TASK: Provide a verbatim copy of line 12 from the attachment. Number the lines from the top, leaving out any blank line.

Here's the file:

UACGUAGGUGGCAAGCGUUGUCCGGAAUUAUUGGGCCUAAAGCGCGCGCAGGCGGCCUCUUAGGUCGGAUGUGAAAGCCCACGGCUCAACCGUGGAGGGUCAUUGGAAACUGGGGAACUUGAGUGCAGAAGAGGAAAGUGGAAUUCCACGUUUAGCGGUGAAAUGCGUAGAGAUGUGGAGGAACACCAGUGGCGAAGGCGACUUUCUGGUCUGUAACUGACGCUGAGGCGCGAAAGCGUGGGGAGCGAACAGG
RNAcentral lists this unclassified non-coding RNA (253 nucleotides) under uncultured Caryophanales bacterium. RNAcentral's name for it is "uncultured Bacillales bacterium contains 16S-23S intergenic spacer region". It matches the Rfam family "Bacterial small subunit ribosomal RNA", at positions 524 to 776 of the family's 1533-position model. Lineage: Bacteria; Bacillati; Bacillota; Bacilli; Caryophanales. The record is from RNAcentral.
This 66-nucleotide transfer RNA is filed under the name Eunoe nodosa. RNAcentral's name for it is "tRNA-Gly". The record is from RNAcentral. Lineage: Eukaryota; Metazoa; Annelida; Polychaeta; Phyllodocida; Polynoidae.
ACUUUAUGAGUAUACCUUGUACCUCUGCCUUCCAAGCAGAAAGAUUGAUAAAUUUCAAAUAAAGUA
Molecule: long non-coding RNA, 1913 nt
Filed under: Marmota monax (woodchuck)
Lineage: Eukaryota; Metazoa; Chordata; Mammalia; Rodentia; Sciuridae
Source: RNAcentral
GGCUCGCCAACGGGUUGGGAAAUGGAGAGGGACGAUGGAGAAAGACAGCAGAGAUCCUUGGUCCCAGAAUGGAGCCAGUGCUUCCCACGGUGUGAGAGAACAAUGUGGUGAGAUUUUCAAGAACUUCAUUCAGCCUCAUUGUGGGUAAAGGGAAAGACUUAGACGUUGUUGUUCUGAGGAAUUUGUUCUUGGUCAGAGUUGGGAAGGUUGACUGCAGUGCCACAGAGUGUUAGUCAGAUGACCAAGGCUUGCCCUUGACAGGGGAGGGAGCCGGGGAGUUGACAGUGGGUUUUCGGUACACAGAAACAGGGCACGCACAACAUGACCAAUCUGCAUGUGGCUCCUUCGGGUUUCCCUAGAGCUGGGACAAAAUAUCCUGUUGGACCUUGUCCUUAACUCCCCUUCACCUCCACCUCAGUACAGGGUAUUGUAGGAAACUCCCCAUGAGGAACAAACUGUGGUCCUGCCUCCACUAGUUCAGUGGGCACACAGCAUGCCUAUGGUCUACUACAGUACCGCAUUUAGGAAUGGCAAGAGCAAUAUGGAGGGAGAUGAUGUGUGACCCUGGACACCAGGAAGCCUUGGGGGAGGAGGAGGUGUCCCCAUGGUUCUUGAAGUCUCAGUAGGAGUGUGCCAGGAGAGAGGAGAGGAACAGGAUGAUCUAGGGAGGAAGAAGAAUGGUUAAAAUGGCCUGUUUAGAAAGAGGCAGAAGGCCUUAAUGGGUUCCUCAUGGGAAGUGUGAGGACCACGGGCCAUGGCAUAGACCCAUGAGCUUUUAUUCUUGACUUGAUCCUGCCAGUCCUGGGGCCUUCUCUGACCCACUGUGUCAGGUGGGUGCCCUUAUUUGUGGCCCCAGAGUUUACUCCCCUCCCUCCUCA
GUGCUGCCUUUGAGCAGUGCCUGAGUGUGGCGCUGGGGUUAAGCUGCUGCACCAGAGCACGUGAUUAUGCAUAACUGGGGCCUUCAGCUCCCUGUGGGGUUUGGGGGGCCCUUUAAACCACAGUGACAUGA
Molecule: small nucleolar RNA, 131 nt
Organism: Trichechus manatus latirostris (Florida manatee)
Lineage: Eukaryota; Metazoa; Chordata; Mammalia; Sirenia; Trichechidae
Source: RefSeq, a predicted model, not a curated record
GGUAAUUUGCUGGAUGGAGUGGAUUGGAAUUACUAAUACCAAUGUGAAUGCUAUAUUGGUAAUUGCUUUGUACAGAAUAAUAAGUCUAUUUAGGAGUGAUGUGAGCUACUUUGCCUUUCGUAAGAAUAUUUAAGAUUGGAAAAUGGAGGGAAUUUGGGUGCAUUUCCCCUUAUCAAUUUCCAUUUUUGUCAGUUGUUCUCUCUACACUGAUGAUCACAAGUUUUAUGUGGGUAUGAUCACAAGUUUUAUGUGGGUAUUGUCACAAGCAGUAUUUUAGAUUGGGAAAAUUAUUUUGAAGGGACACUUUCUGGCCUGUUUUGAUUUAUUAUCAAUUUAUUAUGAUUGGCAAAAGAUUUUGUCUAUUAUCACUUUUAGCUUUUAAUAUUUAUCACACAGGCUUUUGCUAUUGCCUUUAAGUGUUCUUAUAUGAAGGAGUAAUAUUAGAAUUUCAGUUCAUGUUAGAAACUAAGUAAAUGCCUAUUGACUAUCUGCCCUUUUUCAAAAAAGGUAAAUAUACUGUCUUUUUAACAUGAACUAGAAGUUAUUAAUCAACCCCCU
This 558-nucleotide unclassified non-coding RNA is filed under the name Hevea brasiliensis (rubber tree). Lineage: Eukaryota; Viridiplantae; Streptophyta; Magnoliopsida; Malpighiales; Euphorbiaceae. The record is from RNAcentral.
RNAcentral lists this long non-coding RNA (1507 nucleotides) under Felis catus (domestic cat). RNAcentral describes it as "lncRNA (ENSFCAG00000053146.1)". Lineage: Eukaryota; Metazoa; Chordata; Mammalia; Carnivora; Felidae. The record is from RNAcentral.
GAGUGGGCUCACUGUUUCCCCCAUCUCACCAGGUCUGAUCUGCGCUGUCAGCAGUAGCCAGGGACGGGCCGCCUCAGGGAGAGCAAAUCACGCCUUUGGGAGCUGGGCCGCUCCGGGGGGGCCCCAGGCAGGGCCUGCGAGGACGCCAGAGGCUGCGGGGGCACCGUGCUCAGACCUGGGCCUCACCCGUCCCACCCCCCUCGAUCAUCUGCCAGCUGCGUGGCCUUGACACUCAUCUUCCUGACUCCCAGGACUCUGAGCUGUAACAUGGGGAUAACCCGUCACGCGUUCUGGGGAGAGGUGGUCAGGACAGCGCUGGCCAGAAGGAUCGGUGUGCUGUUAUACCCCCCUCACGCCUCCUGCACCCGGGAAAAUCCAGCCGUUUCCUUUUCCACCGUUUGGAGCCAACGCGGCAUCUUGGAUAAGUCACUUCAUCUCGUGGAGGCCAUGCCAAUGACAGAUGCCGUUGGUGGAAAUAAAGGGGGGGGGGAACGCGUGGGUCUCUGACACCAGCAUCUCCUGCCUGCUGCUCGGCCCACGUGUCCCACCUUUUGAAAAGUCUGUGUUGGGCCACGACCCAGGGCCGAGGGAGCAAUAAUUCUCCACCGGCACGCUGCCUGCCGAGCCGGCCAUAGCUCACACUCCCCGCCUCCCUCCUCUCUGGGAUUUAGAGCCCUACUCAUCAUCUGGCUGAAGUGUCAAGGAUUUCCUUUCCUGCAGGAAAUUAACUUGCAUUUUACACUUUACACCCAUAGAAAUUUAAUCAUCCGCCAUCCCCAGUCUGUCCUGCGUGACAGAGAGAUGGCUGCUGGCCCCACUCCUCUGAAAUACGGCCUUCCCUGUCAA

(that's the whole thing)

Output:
Organism: Trichechus manatus latirostris (Florida manatee)